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(Each of those little squares – and they’re about two bites – is around 250 calories, they’re totally sinful and completely worth it!).  I asked what they’d like next week and Pete, who’s from the south east, was reminiscing about Kentish Apple Cake.  Now, I’ve only found two recipes for it on the internet and neither of them sounds like his version, because they have chunks of apple stirred throughout the cake and Pete’s one has all the apple in a layer in the middle, so it’s going to be a bit experimental.  I may have to put bowls and spoons in the box on Monday!

Renovation chic

This is not one of my better looks – you know it’s gone badly wrong when the selfie mode on your phone can’t identify a face!!

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You can do a cracking Darth Vader impression in that breathing mask though 🙂  I decided to take a brush to the walls to get as much plaster dust off as possible – one of the reasons the plasterboard in the kitchen and living room was damp at the bottom is because over the years the lime plaster behind it had crumbled off the wall and filled in the gap between wall and plasterboard, making a nice absorbent bridge for any moisture to work its way through.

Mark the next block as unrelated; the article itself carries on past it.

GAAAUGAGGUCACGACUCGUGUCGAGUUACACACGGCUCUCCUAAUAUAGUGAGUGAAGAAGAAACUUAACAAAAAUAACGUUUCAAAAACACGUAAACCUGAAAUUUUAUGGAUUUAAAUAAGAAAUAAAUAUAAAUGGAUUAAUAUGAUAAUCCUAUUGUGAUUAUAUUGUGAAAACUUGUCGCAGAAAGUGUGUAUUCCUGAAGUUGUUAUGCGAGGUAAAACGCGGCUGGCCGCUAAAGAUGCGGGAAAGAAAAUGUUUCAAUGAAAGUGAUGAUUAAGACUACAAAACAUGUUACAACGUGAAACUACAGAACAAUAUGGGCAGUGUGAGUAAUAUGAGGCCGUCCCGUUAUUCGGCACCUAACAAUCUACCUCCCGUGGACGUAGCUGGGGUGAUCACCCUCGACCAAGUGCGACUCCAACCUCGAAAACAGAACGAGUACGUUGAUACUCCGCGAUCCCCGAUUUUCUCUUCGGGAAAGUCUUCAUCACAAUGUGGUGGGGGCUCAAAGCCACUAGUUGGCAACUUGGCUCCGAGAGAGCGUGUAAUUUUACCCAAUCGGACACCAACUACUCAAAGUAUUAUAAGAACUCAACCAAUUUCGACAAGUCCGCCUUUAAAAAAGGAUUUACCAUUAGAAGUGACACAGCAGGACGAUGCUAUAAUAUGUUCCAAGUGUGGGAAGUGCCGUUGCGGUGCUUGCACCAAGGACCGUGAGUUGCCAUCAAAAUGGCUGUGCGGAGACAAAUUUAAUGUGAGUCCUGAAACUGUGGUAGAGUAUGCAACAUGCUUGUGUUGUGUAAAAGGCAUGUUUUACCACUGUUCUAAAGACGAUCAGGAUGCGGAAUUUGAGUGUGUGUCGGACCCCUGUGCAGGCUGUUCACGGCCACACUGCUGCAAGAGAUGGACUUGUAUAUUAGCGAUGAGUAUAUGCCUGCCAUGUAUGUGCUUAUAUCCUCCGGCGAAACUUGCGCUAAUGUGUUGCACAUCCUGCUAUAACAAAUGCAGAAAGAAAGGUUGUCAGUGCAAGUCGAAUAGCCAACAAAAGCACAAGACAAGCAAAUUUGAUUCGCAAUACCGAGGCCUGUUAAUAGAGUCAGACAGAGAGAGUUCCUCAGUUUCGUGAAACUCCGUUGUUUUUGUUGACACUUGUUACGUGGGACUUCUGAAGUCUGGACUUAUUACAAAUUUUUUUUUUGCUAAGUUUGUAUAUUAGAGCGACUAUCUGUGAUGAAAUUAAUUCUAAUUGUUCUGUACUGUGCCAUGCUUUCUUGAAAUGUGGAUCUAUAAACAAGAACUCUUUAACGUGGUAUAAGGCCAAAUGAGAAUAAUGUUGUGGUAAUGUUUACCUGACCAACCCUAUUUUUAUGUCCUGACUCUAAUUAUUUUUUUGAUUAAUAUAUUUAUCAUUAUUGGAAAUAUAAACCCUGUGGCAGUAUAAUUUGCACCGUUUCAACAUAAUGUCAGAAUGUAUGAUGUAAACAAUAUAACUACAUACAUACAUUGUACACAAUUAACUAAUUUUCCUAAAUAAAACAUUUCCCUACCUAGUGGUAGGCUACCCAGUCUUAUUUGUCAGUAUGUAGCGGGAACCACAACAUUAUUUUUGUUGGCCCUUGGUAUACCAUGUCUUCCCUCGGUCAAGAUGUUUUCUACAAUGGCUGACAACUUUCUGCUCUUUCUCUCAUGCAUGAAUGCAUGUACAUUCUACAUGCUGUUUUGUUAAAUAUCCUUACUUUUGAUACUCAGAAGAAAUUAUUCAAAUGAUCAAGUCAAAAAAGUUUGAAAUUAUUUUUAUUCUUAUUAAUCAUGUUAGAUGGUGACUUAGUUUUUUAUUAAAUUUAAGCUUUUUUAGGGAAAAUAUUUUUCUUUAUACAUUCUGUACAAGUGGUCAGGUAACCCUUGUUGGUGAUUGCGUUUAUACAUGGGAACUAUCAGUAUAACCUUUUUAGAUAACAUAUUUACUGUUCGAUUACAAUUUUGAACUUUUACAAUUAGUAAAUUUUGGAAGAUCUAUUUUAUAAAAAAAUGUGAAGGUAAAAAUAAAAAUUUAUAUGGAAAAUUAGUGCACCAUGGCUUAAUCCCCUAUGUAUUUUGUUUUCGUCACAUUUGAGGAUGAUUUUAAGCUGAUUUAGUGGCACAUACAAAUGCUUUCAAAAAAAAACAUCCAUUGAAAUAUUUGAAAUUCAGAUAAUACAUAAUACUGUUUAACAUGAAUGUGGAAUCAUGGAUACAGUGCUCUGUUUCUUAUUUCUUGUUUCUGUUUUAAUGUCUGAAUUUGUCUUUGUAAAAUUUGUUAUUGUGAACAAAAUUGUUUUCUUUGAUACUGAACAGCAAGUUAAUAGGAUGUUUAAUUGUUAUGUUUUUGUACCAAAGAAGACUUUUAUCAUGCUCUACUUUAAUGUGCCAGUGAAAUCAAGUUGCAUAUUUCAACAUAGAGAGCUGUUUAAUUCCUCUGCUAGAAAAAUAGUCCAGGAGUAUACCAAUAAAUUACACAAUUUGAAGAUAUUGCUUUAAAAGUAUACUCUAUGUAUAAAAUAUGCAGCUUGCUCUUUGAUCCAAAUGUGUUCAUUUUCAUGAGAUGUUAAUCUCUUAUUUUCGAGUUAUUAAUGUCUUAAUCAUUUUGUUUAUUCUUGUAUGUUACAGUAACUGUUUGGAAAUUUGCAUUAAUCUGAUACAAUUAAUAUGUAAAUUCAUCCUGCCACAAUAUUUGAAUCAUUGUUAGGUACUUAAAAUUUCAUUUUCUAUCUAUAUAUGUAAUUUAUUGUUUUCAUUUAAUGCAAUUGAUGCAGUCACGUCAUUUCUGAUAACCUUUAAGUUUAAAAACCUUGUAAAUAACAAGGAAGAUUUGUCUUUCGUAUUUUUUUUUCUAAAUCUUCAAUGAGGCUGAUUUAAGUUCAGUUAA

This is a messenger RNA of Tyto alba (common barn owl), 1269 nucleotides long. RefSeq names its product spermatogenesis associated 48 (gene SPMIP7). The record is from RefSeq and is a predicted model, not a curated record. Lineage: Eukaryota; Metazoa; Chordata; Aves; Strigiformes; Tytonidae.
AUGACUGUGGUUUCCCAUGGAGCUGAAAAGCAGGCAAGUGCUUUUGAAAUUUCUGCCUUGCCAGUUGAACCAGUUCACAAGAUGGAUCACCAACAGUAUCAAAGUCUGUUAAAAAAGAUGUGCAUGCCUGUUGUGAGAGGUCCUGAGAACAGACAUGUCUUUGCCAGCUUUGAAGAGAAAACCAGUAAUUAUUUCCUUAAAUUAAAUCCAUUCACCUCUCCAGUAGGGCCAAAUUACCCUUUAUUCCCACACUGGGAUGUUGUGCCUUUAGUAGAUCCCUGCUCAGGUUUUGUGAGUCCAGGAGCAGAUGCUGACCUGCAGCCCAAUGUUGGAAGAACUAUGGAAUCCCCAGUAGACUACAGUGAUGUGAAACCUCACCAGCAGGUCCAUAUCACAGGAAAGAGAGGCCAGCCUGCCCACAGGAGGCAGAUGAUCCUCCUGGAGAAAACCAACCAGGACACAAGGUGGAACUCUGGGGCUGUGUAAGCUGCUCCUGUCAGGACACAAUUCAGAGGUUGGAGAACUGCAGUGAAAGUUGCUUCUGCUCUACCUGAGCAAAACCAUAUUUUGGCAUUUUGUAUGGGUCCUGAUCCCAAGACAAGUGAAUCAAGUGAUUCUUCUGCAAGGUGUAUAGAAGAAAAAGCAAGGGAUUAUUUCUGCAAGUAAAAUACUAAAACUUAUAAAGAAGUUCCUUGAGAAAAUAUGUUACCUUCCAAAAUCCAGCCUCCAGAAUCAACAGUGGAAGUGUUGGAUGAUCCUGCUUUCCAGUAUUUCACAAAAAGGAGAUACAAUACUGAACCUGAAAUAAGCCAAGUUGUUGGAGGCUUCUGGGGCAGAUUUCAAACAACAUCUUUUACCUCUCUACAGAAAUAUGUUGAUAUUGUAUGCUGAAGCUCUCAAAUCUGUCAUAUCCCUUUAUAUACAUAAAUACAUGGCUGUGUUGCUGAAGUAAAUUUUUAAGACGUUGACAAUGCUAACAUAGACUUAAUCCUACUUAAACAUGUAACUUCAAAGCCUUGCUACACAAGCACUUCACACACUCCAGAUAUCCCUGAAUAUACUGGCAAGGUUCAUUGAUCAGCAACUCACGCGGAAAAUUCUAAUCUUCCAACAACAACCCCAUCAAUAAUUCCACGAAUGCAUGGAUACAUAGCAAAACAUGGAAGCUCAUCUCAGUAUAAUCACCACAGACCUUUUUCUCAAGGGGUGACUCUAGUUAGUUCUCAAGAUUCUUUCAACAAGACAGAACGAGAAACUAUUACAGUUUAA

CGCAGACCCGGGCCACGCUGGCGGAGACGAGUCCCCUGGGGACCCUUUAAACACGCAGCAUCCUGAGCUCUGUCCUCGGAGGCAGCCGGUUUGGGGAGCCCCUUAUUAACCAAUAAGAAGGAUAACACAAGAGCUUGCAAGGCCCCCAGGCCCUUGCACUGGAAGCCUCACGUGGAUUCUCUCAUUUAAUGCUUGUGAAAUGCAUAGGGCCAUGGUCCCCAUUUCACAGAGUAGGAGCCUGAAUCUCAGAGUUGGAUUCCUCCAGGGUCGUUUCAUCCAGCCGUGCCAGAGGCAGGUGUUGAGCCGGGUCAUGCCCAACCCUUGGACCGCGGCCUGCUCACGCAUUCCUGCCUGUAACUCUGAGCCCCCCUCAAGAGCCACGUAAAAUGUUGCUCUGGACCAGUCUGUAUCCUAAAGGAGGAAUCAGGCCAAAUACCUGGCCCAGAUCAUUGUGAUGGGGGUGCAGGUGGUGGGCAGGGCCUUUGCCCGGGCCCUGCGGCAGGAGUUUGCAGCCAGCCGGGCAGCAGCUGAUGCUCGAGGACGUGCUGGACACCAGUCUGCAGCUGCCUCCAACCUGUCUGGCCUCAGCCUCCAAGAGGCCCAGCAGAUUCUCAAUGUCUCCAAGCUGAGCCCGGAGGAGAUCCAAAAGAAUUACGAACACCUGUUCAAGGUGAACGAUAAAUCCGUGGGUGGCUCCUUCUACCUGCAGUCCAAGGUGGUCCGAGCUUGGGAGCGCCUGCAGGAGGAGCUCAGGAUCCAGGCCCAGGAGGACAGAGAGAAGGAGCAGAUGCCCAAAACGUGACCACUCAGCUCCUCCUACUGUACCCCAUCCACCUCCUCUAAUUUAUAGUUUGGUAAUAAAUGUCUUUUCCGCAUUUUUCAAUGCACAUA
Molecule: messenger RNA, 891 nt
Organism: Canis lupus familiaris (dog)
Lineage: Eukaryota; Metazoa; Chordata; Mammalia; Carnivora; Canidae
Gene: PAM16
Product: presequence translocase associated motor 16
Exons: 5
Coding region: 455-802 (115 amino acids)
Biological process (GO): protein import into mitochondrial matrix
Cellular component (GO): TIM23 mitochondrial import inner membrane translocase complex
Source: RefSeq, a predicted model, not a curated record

Anyway, it’s all swept up into rubble sacks, waiting to go to the tip (we have an old Mitsubishi L200, which is tough as old boots, but even it starts to sag if we put more than 10 bags of rubble in the back!) and we’re pretty much good to go with the professionals next week.

Dougie the electrician called in today to see how things were going and to find out when David the joiner would be on site.  When he heard that Pete was hoping to start next week and would have David around, he said he’d stop by too and put in a temporary power supply for them, as it would be safer for them to work with than the existing power.  Hopefully next week we’re going to start making giant strides forwards.